Ingrid Cordano and her husband are experts in kitchen design.
“This is the third kitchen we’ve designed during our marriage,” she said. And it shows. The Cordanos’ Belmont home is a modern treasure that feels fresh and light at first pass: long, straight lines converge into interesting architectural features punctuated by bright, lively colors. And everything has been carefully conceived.
The Cordanos bought the Belmont lot a few years before they began working on designing their forever home. They chose to work with Latitude 38, a local design and build firm that specializes in ecofriendly construction with a distinctly modern aesthetic. Construction began in October 2012 and the house was ready for move-in in June of 2013.
“For me, the kitchen needs to be in the center of the house,” she said. “It’s where I spend 85 percent of my time. It needed to have access to what is going on around the house, especially with young kids.”
Ultimately, Cordano wanted a kitchen that was accessible to the family, but not so much so that she would get no alone time. When she is cooking, Cordano is focused, so she designed a space where the most often-used items—dishes for everyday dinner, silverware, or even napkins—would be at the easy disposal of her daughters, ages 6 and 4. Take the dishwasher: It sits adjacent to a low drawer that stores plates, cups, and pots, so emptying it does not become an Olympic event of coordination and agility.
Cordano is a chef and an engineer by trade. After graduating from UVA, she and her husband moved to New York City, where she attended culinary school and became a personal chef. “That justified having a big kitchen,” she said, with a proud smile.
The space is indeed large, but it doesn’t overrun the nearby TV room or the central staircase that leads to the sleeping quarters.
Modern appliances and light, non-contrasting materials adorn every surface of the space, another hint that the kitchen was built before the rest of the house.
Cordano admits to one extravagance.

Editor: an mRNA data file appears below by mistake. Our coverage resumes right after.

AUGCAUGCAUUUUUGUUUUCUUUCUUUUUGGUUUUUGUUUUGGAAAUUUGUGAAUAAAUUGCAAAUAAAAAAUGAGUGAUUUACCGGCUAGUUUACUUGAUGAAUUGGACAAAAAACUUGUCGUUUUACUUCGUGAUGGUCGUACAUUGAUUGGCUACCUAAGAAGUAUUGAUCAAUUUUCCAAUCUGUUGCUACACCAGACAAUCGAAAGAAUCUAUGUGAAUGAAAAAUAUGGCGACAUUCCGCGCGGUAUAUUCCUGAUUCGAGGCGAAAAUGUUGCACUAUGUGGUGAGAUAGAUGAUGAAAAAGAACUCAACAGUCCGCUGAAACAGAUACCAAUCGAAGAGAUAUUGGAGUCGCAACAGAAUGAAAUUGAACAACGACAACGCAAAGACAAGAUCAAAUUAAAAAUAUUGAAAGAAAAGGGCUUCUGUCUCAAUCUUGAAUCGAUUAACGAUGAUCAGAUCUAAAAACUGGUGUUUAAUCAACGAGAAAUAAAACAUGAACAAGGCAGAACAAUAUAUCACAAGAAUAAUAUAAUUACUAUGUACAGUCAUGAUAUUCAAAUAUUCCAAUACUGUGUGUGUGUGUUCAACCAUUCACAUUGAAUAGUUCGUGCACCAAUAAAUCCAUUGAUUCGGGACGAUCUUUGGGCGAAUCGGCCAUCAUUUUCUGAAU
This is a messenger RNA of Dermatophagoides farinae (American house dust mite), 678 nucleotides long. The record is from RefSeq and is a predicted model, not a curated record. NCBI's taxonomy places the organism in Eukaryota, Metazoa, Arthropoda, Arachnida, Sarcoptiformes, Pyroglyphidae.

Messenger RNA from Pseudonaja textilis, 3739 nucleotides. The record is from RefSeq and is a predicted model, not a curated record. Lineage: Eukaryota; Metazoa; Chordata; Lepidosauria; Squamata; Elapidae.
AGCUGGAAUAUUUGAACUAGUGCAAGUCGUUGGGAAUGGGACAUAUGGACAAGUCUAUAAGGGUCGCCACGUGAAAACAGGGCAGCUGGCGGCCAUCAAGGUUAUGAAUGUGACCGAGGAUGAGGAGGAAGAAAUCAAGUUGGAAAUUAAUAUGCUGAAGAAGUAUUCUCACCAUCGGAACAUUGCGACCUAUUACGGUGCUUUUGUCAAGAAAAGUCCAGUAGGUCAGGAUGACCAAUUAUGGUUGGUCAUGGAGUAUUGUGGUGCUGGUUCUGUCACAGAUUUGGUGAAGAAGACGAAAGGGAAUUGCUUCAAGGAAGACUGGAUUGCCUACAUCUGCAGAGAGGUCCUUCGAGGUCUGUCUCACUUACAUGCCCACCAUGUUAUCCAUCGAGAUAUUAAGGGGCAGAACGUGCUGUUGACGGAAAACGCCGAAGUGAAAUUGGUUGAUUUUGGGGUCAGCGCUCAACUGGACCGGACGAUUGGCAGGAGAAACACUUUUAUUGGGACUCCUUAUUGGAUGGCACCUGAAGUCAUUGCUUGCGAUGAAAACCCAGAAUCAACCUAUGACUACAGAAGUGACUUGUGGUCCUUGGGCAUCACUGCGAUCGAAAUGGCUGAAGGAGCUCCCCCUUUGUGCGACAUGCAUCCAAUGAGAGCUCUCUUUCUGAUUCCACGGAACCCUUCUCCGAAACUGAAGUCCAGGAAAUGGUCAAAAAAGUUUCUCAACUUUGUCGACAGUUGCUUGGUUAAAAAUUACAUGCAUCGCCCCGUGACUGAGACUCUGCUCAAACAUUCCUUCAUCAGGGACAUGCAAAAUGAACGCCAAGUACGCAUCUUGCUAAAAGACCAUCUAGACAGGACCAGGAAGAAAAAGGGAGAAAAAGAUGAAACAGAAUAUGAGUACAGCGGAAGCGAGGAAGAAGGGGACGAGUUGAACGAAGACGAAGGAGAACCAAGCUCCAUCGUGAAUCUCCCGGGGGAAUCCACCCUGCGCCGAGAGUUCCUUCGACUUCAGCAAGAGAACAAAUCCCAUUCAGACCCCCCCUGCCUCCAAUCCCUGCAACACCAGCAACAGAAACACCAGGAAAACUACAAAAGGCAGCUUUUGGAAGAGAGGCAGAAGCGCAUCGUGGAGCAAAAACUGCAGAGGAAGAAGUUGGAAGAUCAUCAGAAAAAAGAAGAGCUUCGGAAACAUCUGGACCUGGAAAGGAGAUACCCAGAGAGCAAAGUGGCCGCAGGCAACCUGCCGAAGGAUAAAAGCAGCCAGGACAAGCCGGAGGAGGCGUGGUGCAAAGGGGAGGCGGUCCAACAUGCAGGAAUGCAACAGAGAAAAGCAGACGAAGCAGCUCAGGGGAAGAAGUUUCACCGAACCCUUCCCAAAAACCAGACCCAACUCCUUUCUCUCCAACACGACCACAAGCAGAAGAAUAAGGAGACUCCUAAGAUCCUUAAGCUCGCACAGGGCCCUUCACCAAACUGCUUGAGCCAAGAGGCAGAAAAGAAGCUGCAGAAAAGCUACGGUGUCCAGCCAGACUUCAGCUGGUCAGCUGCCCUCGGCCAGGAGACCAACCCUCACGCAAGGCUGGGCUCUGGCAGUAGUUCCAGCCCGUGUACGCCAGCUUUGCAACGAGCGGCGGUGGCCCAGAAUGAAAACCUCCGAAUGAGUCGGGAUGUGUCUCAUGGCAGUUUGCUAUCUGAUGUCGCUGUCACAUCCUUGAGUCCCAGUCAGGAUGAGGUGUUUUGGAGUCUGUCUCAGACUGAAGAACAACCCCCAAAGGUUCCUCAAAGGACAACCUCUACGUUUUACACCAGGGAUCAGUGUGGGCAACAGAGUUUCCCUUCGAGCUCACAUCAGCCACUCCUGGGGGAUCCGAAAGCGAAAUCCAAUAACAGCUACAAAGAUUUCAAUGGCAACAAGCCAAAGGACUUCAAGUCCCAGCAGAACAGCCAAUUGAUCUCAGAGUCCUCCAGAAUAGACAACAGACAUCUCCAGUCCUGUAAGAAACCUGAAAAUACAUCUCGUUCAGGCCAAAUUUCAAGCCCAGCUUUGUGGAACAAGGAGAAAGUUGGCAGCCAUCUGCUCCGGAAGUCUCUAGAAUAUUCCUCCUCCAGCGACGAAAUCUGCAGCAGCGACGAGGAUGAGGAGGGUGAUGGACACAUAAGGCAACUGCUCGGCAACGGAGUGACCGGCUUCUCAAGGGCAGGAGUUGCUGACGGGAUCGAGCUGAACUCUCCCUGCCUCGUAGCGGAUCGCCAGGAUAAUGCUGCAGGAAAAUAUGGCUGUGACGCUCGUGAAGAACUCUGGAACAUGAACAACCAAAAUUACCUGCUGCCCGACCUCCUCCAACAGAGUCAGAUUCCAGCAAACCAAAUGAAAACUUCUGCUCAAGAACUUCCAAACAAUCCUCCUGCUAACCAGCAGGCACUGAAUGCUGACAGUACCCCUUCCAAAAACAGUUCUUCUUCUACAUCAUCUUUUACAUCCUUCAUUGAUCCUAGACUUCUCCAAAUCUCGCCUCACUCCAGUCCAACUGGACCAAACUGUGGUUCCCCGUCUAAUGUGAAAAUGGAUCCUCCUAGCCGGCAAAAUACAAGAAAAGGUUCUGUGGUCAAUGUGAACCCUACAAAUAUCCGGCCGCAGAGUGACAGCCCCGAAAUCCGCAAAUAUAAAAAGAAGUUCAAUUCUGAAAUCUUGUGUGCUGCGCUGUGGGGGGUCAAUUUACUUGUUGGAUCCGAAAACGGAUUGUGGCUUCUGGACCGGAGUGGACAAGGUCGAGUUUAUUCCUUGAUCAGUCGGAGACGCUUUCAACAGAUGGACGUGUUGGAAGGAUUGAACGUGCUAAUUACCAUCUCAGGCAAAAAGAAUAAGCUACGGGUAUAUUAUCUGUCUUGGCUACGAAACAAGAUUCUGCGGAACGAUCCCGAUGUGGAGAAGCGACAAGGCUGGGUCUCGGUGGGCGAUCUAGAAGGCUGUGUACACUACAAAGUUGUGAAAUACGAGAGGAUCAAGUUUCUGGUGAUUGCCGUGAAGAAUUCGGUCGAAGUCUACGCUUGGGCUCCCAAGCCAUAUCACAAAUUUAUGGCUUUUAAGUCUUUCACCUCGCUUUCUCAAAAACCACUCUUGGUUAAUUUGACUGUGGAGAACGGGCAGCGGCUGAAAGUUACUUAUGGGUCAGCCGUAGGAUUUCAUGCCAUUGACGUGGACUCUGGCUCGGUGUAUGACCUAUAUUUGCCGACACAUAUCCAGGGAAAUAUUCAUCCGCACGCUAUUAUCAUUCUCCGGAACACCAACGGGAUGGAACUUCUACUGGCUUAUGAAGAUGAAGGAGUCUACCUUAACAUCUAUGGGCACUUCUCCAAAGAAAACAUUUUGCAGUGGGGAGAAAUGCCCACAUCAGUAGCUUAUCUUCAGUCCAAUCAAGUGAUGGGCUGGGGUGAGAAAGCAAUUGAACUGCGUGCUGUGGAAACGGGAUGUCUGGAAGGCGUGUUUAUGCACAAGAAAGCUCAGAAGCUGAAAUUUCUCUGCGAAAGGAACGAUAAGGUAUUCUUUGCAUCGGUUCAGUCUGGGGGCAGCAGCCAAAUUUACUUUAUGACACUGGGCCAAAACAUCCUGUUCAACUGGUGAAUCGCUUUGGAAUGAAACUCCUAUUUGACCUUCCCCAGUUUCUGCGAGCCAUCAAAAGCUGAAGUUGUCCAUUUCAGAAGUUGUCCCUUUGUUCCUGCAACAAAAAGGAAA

“I designed a lot of the kitchen around a dish-drying cabinet,” she said. “In Finland, where I was born and spend a lot of time, we have things called drying cabinets instead of having a dish drainer on the counter.” The cabinet rests on one end of a butcher block countertop that runs the entire length of a wall of windows.
Cordano’s Finnish heritage is evident in other design choices, too—from the white IKEA cabinets to the appliances to the white speckled countertop. The eye moves from place to place with ease and relaxation.
“I know white is trendy, but for me, white is timeless,” she said. “I wanted something that felt Scandinavian.”
The sink sits next to the drying cabinet. The opposite leg of the U-shaped space is reserved for the big refrigerator and the cooktop, which is surrounded by more cabinetry.
The long butcher-block countertop is a handy office space for Cordano, who admits to moving her computer to that spot for late-night Internet browsing. During the day, the countertop houses small appliances used in everyday cooking.
Her favorite feature, however, is the view from the window above the butcher block counter. The light hits the right spots all day long and the sun shines through big, wide windows, which are elevated enough from the working space that they preserve a little intimacy and privacy from the neighbors.
“I think that it is within everyone’s grasp to design a good kitchen,” she said. Her advice? “Just write down all the tasks that you have to do in the kitchen on a day-to-day basis and you can fine-tune the design based on that.”